Amazon sees ample area workforce to fill job needs

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BELOIT - Amazon soon will be looking for 500 workers for the distribution center it's building in Beloit, but the international marketer is not the only company with help-wanted signs out in Rock County.

Unemployment rates have been low for the past year, hovering above and below 3 percent. Will employers find the workers they need in this labor market?

Amazon is optimistic and has done its homework, said company spokeswoman Jen Crowcroft.

"We look at the workforce and found talent in abundance in Wisconsin," Crowcroft said via email. "We're also responding to customer demand and want to make sure our fulfillment centers are close to customers."

Amazon will offer a $15 minimum wage, comprehensive health care from date of hire and a 401(k) retirement plan with 50 percent match.

Forward Janesville President John Beckord, a longtime observer of the local economy, said employers can attract all the workers they need, if their wages are high enough.

Amazon is offering less than the going rate for warehouse-distribution work, Beckord said.

Economist Russ Kashian at UW-Whitewater said he has students who have worked for $20 an hour in summer warehouse jobs.

Beckord said a company's benefits package could help in some cases, and Amazon has some attractive offerings: up to 20 weeks paid parental leave, a flexible "ramp back program" that allows new parents to ease back to work with reduced work hours and a leave-share program that allows employees to share their paid leave with their spouses or partners.

There's also an educational benefit. Amazon will pay up to 95% of the tuition in selected skill areas, which include game design, visual communications, nursing, computer programming and radiology, the Beloit Daily News reported.

The 1 million-square-foot Amazon fulfillment center (about one-fifth the size of the former Janesville General Motors plant) now under construction is looking to hire 500 people in time for the 2020 holiday season, according to the Beloit Daily News.

As workers consider whether they should jump from their current jobs, wages will be key, Kashian said.

"The benefits sound good, but you can't buy dinner with benefits," Kashian said. "At the end of the day, your primary consideration when you're making $15 an hour is how I pay the bills today. Benefits are wonderful, but they don't pay the bills today."

But $15 an hour is better than some other jobs, and "anything that puts pressure on low-end wages to push them up because of competition is a good thing because it will benefit the people who are most in need," Kashian said.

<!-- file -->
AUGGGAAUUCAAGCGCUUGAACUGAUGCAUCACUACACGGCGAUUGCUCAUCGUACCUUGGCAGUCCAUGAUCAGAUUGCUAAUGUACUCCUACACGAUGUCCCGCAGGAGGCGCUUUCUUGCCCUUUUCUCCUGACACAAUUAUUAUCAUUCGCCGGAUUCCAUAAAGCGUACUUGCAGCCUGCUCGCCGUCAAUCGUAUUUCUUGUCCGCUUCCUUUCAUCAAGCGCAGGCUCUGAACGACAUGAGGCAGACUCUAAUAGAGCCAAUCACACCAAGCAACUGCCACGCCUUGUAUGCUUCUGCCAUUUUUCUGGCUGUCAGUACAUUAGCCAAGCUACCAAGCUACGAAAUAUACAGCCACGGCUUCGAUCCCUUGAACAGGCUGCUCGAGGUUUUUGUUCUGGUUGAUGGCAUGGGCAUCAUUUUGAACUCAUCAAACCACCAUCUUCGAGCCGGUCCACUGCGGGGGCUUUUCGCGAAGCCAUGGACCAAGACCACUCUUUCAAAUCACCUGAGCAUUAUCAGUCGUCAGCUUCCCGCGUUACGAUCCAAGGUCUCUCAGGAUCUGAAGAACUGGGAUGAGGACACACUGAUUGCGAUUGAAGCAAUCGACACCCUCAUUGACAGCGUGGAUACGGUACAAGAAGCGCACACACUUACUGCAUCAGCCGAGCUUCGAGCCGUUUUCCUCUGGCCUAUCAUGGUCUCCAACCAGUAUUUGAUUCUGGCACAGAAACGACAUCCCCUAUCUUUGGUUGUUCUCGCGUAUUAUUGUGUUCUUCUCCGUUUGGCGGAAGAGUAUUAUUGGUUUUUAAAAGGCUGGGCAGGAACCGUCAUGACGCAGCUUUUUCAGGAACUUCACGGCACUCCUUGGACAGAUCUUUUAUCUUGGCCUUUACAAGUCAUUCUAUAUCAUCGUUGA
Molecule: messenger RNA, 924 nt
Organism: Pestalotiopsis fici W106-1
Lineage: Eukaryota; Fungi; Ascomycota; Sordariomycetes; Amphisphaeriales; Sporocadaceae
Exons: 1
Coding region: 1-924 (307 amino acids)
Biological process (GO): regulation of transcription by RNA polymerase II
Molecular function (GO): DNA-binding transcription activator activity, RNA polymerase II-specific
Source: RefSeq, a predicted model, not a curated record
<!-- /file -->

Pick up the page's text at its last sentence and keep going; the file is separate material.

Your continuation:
Rhonda Suda, CEO of the Southwest Wisconsin Workforce Development Board, said wages are a top concern of workers, but a comfortable, welcoming workplace also plays a role as workers tell each other about their employers.

"We are in a very tight labor market," Suda said, and that means many companies have to look at how to be efficient and automate as much as they can.

Amazon employees in Beloit "will work alongside Amazon robotics to pick, pack and ship small items to customers like books, electronics or consumer goods," Crowcroft said.

Having good middle-management that knows how to manage and motivate employees is also key, Suda said.

Part of motivating workers includes the opportunity to move up in response to job performance and the feeling that the company they work for isinvolved in their community, Suda said.

The state Department of Workforce Development provided a statement saying it is "confident" the economy can produce enough workers for openings in Rock County.

"In fact, the website has over 3,000 active job seekers in Rock, Green, Walworth, and Jefferson counties alone," said spokesman Ben Jedd.

Andrew Janke, economic development director for the city of Beloit, is similarly optimistic.

Janke noted Dollar General built a distribution center of the same size in Janesville three years ago and found enough workers.

Janke noted many Beloit companies draw from nearby Illinois, where Rockford-area unemployment is about 5 percent.

Look in the parking lots of Beloit companies, and you'll see Illinois license plates, Janke noted.

Janke pointed to one piece of the local infrastructure that attracts warehouse operations and also brings in workers: "The Interstate is a convenient people-mover for our workforce here."

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